The Jacobite defeat at the battle on Culloden Moor in 1746, ended the rebellion in Great Britain.
A rebellion that was not a war for Scottish independence, but rather to see which royal house would rule Great Britain. In 1714, the ruling Stuart family had been deposed by the House of Hanover and the Stuarts, desiring to reclaim the throne, were known as Jacobites.
Much of the Jacobites’ support was provided by the Scottish clans, particularly Western and Highland
ones. The culmination of the rebellion at Culloden resulted in significant deaths for, and then subsequent persecution of, the Jacobite clans.
A little-known facet of that persecution was to enlist as many former Jacobites as possible into British Highland regiments. This was so they could be watched over by loyal officers and be sent abroad to fight for the Crown.
Additionally, the 1747 Act of Proscription was also an attempt by the Hanoverian government to weaken the clan system of society across the Highlands. The Act banned the wearing of tartan and Highland dress, except by the army. So, if a Highlander wanted to wear a kilt in the years immediately after Culloden, he would have to join the British Army to do so.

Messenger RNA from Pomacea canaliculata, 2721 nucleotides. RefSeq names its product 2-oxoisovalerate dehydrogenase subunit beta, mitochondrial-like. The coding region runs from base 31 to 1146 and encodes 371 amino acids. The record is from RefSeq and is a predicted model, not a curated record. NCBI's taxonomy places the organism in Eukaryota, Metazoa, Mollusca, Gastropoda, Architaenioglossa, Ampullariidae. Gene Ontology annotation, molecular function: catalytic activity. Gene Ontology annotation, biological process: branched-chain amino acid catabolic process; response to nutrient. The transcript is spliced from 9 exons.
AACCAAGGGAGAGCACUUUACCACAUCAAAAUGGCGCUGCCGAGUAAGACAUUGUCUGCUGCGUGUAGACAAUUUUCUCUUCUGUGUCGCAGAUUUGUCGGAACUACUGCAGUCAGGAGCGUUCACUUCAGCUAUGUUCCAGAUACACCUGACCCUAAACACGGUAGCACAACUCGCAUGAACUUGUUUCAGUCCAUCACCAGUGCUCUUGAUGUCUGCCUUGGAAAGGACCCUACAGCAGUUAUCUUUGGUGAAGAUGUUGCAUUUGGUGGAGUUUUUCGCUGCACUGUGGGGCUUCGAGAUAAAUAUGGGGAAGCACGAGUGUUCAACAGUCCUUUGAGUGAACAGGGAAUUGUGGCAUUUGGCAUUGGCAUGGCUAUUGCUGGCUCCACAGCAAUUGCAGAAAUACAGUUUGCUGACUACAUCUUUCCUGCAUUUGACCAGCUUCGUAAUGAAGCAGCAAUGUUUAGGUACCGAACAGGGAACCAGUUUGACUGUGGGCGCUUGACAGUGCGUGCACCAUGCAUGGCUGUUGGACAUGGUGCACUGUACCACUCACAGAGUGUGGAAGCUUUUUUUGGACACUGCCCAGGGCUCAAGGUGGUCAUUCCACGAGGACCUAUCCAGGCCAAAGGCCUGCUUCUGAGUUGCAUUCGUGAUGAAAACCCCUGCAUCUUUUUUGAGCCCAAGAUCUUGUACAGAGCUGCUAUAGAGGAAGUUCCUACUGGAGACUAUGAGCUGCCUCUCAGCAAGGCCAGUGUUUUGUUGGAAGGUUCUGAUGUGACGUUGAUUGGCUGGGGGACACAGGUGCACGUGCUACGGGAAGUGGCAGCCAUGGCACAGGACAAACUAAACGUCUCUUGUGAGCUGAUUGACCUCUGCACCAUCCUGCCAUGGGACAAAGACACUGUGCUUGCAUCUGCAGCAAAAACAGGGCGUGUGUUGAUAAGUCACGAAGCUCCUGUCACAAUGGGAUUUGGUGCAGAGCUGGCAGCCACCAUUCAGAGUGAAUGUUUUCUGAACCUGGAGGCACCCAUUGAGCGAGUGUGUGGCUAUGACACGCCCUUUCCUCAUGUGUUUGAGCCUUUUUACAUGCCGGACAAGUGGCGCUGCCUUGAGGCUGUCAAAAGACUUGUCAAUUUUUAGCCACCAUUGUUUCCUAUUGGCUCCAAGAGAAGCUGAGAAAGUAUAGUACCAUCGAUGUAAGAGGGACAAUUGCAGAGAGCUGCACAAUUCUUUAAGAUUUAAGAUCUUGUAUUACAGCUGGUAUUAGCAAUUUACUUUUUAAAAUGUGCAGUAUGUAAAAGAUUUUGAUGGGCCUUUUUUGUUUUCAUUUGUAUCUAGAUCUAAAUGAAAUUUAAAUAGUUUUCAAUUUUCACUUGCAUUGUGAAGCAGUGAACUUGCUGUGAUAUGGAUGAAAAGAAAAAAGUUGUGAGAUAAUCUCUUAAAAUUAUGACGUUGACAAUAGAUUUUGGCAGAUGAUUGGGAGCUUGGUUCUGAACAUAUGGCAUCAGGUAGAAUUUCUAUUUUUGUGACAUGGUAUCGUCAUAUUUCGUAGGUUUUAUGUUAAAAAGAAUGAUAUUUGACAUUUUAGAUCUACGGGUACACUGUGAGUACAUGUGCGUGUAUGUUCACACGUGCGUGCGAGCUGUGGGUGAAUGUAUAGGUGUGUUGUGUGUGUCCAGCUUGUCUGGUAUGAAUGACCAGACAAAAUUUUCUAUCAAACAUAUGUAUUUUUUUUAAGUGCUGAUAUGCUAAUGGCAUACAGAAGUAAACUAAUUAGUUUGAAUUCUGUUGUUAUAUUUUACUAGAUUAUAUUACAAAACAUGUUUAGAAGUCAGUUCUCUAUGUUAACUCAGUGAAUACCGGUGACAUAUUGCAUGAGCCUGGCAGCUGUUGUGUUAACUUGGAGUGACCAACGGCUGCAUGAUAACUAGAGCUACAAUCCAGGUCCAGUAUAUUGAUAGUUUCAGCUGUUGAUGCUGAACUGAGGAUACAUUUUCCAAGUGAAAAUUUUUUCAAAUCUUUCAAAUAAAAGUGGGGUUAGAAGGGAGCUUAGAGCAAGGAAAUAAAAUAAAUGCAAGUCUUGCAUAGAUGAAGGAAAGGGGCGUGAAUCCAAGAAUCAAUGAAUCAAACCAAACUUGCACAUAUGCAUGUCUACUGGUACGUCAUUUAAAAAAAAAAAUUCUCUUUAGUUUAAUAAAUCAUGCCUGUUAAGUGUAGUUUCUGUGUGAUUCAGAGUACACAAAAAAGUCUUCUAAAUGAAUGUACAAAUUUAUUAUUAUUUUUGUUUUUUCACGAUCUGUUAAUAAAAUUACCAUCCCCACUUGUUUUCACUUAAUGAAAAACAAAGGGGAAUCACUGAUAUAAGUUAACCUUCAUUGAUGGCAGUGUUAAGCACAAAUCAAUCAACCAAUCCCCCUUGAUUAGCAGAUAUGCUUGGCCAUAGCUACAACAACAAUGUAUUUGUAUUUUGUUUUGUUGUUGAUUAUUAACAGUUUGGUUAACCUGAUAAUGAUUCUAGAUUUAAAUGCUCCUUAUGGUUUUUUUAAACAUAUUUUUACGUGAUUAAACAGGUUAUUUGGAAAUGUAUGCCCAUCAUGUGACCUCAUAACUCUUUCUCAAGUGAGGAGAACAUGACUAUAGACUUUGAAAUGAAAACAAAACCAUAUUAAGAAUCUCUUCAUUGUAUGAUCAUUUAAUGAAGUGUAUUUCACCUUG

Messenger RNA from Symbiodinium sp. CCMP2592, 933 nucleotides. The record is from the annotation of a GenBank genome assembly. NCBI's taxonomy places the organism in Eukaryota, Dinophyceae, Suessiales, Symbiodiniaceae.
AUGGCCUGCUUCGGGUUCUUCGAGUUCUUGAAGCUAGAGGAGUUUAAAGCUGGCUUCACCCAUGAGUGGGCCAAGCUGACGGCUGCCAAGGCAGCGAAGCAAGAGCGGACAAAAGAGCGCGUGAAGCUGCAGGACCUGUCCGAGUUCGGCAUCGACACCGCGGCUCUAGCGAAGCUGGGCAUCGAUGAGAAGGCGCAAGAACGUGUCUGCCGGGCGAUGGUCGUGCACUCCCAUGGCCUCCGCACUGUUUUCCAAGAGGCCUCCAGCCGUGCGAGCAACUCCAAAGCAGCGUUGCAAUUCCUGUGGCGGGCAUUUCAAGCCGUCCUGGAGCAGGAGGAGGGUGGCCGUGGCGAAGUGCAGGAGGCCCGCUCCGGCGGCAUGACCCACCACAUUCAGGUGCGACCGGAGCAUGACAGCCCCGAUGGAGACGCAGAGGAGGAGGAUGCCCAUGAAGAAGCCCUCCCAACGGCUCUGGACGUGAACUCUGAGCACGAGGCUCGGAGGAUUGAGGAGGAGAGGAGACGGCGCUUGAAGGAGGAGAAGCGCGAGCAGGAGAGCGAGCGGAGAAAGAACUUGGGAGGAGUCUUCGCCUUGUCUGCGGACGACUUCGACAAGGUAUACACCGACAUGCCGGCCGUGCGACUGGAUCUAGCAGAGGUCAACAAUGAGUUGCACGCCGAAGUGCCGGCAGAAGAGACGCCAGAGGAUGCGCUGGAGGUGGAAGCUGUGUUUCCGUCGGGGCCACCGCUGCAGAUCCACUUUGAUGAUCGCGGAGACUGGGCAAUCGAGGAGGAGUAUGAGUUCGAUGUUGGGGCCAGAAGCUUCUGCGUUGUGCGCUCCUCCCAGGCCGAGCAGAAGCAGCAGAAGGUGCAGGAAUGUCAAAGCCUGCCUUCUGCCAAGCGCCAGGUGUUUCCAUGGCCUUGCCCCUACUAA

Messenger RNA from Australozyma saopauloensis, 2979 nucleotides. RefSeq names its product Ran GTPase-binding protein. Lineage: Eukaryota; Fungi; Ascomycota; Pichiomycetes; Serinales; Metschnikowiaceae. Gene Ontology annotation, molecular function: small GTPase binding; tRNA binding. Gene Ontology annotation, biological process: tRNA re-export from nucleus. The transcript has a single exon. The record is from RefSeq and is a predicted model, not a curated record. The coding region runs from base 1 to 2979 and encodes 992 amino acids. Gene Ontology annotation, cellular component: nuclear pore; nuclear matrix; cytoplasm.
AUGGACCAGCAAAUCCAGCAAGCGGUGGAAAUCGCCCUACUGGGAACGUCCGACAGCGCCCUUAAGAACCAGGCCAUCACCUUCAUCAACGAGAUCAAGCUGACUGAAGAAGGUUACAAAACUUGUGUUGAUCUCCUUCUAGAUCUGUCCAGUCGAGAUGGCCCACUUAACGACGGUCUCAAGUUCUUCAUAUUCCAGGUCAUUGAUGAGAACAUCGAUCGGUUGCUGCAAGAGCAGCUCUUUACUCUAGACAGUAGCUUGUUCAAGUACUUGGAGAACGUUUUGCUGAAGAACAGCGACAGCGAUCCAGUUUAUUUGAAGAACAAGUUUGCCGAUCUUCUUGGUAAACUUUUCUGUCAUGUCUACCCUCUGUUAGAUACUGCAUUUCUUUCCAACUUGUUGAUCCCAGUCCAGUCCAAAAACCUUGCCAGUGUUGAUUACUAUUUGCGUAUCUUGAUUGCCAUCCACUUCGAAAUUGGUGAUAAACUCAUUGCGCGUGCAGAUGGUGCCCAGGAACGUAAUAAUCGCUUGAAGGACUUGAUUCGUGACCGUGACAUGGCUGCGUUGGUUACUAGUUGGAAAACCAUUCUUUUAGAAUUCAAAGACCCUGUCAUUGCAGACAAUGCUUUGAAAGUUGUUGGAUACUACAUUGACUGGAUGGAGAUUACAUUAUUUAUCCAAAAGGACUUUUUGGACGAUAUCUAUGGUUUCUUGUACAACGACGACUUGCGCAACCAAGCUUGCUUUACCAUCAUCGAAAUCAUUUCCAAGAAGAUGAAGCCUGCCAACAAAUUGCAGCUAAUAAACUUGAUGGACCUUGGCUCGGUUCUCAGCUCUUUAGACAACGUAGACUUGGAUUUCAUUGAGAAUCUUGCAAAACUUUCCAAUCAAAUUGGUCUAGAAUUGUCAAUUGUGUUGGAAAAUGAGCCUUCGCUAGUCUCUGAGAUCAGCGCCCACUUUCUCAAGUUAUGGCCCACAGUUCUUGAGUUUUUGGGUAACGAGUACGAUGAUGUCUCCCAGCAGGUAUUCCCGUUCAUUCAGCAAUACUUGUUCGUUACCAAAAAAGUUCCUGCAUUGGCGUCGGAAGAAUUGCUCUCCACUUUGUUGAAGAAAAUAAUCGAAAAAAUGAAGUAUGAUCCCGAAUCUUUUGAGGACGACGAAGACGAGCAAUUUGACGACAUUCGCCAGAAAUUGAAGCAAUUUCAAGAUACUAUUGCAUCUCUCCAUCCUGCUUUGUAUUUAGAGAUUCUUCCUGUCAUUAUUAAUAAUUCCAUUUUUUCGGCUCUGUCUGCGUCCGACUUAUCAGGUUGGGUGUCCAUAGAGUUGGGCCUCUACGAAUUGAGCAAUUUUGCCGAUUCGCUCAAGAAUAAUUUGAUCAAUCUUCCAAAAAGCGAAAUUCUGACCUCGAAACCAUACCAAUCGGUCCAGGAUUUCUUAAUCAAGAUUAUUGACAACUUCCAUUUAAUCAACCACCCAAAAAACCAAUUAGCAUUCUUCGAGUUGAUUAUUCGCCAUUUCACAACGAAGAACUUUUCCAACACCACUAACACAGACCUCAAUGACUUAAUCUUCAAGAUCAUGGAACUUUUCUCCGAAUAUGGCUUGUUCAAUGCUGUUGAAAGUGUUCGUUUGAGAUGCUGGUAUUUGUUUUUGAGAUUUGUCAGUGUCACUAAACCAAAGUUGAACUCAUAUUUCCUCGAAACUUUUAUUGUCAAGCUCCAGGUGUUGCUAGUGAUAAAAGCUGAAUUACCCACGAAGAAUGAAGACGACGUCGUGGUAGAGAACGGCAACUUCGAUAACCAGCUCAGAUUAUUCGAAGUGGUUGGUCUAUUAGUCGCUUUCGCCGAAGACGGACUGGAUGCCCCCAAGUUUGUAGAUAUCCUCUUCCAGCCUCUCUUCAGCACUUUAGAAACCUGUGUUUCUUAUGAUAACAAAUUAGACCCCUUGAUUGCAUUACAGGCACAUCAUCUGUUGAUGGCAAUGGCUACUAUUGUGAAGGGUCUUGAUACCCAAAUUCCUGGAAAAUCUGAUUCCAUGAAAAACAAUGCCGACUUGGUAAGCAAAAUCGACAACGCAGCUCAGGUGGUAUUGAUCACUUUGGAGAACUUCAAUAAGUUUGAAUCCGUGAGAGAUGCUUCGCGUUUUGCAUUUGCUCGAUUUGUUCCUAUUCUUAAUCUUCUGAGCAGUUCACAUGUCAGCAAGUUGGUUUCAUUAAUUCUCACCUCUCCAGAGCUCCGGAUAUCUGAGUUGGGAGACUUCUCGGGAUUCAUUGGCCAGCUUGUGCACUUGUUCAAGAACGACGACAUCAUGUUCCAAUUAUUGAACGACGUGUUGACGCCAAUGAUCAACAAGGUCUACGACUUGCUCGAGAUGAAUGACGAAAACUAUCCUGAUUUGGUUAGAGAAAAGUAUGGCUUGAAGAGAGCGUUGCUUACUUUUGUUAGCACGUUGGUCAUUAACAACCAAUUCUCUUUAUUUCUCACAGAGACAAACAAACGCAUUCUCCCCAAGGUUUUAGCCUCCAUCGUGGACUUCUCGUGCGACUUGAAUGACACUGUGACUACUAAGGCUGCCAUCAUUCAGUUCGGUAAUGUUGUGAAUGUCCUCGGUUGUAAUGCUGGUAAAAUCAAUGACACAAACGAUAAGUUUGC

In his book, Sons Of The Mountains, Ian McCulloch writes that in 1757 the British Secretary of War ordered two regiments to be raised in the Highlands. Almost 1,500 men were recruited from the Highlands including many men from clans that had fought for the Jacobite cause. The reason that these regiments were raised was Britain’s need for military manpower for its Seven Years’ War with France. Who better to fight, bleed, and die for King George than those troublesome former Jacobites?
And so the Highlanders quickly learned the accuracy of the old British adage: ‘If you take the King’s shilling, you pay the King’s price’.
Major General David Stewart in his book Sketches of the Character, Manners and Present State of the Highlanders of Scotland, which includes details of the military service of the Highland regiments, writes that the 77th Regiment, Montgomery’s Highlanders, were sent over to the North American colonies to battle the French and their Native American allies.
There Montgomery’s Highlanders took part in the Battle of Fort Duquesne, a British assault on the fort which was initially repulsed by the French with heavy losses in September 1758. The attack was part of a largescale
British expedition led by General John Forbes to clear the way for an invasion of Canada.
Forbes ordered Major James Grant of the 77th to reconnoiter the area with 850 men. When Grant instead decided to attack the French position, his force was out-maneuvered, surrounded, and defeated. Major Grant was taken prisoner along with many of his surviving Highland troops.